Felix had his lawyers negotiate with the airline.  In turn, the airline asked Felix's lawyers to try to talk some sense into Felix, which they tried mightily to do:

Lawyer:  "Felix, you have to tell them what's in the crates.  Why, you could be carrying terrorists in those crates!"

Felix:  "Right, terrorists who weigh 10 kilos each.  Ça, c'est entierement fou!"

Lawyer:  "What?  What?  What?"

Felix:  "Désolé, didn't mean to be obscure; that was just a bit of French.  I said it's a silly idea.  Just get them to be reasonable, OK?  Could we offer them more money -- would that help?"

Lawyer:  "Felix, you could have a bomb in every crate!  You have to let them look in the crates!"

Felix:  "Das ist ganz lächerlich!"

Lawyer:  "C'mon, Felix, you know I don't understand French!"

Felix:  "Wasn't French, it was German.  I just said that's ridiculous.  First of all, I'll be on the plane too, along with my family, and I'm certainly not going to blow it up.   And second, they can tell if it's a bomb just by having one of those dogs of theirs sniff each crate.  C'mon, can't you get them to come around somehow?"

Lawyer:  "Short of buying the airline I don't think there's any way we can get them to fly these things if you won't say what's in them."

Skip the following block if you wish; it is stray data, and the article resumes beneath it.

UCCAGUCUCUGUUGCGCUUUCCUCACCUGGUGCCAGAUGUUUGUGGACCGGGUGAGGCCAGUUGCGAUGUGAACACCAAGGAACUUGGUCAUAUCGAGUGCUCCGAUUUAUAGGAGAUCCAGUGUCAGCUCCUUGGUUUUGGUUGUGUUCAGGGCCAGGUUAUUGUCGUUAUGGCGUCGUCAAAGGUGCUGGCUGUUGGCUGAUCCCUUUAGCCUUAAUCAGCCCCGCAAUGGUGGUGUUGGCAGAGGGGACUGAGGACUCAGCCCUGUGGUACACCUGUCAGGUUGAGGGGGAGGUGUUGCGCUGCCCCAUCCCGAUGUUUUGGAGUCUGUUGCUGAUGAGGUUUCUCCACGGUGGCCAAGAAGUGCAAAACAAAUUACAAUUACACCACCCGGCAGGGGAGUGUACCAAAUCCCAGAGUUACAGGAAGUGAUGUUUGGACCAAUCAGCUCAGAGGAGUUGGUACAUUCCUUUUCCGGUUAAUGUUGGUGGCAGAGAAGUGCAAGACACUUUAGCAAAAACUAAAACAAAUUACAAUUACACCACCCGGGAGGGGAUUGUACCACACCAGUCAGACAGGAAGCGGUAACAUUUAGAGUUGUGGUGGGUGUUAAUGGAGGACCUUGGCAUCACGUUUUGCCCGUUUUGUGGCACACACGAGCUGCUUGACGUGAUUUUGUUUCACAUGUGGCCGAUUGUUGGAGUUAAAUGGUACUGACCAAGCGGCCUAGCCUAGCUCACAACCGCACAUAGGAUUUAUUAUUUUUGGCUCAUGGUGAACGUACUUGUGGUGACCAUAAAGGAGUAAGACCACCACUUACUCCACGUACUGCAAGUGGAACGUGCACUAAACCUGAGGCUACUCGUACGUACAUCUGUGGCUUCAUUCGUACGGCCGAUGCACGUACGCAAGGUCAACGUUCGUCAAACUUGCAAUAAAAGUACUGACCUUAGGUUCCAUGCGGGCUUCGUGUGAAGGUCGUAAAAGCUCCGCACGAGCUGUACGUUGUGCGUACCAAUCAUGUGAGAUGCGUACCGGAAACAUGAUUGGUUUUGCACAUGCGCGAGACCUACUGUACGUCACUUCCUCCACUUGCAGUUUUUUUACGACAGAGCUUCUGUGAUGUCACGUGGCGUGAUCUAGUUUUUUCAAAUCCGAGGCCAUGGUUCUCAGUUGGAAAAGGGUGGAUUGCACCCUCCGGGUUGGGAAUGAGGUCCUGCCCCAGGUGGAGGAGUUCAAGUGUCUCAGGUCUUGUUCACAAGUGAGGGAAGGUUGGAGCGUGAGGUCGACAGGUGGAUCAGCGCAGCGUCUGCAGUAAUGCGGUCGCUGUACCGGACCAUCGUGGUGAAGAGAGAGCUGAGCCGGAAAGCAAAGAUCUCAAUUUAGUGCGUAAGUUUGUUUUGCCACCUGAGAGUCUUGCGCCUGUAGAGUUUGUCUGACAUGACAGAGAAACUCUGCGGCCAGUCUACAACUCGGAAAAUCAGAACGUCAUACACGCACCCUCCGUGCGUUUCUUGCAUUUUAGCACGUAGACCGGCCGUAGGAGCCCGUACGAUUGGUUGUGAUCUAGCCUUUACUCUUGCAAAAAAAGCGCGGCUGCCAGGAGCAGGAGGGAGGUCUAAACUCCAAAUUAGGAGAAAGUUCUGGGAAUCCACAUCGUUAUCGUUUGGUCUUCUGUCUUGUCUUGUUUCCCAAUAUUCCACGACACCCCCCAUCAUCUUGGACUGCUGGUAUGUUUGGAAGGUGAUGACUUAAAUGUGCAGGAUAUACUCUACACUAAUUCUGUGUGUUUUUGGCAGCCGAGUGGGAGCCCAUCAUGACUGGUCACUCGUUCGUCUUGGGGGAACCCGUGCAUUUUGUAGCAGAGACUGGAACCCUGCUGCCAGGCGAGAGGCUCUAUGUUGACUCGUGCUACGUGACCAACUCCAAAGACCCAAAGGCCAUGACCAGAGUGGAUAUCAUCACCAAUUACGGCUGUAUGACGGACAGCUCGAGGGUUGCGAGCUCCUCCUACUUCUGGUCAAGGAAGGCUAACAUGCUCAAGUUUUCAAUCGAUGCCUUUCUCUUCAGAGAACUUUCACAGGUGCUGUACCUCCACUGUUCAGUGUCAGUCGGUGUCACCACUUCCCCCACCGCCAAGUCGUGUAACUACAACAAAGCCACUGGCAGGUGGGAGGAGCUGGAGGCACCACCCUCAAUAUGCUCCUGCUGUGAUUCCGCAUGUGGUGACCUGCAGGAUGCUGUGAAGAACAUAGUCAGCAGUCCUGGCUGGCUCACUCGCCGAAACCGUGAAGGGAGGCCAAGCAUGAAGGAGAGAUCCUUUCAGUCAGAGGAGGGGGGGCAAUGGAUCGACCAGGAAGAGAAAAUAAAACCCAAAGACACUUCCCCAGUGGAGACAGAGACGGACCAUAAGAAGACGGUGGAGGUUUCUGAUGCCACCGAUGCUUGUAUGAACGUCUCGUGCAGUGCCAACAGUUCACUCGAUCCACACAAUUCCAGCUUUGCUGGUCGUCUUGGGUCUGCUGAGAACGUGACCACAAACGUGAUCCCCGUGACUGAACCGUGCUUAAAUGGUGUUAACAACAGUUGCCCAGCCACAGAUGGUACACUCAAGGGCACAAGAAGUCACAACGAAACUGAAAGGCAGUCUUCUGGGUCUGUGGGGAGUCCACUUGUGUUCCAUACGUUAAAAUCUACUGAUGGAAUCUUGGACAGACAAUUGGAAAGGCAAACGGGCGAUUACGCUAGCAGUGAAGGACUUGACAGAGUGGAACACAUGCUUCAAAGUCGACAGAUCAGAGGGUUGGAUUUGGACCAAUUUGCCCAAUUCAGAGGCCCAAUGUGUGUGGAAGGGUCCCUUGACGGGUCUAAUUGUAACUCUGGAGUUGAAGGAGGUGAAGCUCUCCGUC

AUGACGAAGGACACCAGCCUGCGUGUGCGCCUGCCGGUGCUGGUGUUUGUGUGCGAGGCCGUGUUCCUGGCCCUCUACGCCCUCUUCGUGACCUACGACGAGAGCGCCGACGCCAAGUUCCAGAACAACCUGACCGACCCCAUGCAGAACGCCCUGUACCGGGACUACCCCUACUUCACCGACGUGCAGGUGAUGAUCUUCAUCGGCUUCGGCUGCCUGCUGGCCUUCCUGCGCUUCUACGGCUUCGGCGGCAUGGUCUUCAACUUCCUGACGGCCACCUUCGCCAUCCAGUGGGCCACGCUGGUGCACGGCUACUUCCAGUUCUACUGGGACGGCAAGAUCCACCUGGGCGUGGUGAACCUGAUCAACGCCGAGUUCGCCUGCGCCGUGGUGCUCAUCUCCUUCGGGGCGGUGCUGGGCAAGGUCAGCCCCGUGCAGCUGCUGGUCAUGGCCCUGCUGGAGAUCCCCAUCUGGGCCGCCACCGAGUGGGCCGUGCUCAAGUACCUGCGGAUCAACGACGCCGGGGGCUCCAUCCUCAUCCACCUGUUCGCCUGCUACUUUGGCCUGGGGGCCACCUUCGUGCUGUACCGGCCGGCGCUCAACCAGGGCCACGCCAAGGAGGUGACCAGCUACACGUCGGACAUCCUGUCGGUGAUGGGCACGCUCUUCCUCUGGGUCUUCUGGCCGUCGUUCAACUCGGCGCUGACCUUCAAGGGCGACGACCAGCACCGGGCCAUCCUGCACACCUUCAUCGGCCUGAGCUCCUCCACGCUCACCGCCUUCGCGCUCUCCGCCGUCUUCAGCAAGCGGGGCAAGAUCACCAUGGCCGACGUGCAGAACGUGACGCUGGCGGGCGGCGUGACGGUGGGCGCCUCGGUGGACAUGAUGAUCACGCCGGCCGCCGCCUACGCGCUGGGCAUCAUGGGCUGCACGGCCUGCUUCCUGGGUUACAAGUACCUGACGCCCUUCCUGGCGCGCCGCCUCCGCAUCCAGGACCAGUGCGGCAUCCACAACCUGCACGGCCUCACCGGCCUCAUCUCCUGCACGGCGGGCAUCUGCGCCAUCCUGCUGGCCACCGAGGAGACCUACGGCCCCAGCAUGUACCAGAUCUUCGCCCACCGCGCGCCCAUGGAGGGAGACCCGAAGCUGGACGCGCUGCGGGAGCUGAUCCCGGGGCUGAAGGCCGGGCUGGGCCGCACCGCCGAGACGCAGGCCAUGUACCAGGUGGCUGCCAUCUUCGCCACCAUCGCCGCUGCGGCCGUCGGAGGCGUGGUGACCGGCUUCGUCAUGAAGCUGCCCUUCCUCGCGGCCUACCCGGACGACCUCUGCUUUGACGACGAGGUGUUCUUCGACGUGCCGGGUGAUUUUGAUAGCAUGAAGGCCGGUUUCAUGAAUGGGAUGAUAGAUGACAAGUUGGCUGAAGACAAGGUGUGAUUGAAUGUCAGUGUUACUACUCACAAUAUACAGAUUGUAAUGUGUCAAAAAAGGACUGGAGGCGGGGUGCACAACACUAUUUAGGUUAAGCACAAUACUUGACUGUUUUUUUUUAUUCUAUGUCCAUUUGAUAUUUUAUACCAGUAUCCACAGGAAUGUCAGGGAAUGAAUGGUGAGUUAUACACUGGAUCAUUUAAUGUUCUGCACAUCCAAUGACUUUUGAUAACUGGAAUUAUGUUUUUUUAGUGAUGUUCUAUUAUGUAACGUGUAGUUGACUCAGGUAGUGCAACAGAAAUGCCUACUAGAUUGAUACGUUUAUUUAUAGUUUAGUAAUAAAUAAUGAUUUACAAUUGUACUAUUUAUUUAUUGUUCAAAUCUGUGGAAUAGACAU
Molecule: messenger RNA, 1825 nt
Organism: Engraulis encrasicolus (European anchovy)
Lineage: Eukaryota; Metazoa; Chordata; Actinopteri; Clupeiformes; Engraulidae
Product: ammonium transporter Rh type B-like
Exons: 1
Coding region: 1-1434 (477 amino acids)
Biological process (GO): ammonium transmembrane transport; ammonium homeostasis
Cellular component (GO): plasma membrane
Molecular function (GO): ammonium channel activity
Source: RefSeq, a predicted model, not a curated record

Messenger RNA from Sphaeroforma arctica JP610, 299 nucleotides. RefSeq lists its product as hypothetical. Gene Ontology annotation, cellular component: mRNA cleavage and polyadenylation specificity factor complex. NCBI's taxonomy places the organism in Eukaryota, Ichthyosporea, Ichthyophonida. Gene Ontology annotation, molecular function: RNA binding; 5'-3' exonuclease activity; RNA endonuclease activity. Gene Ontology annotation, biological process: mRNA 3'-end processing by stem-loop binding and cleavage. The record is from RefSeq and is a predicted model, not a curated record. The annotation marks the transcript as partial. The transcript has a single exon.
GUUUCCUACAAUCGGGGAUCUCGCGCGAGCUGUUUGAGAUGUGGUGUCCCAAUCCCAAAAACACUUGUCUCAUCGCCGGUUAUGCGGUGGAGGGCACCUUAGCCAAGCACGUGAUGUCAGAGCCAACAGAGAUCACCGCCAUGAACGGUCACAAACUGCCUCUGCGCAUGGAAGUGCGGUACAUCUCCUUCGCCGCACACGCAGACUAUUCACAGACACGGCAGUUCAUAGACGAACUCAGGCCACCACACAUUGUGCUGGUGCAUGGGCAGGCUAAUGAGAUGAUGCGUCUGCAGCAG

Felix:  "Iȓtuine yȓk irarj eet aȓfar yt etyȓ!!"

Lawyer:  "Enough with the German, Felix!"

Felix:  "That wasn't German."

Lawyer:  "Look -- even if you can't let them know what's in the crates, if you want me to get anywhere with them, at least tell me what's in them!  What is it?  What can't you let them see?"

But Felix wouldn't say.  And so the day of Felix's planned departure approached, and nothing had been worked out.[25]

The Great Disappearance

When Felix's flight finally took off,  neither he nor his family were aboard,  as negotiations with the airline had remained deadlocked to the end.

And then Felix vanished.

In total contravention of his agreement with the FBI, Felix simply dropped out of sight, along with his family and his cat.  An all points bulletin was issued.  Nobody boarded a plane (or bought a roll of stamps) within 100 miles of Arkham without being compared with photographs of Felix, Felicia, and Isis.  Even Nim-nim's photograph was put up in post offices throughout the state of Massachusetts.  No more the merely eccentric professor; now, he was Felix the Fugitive.

Taking the Low Road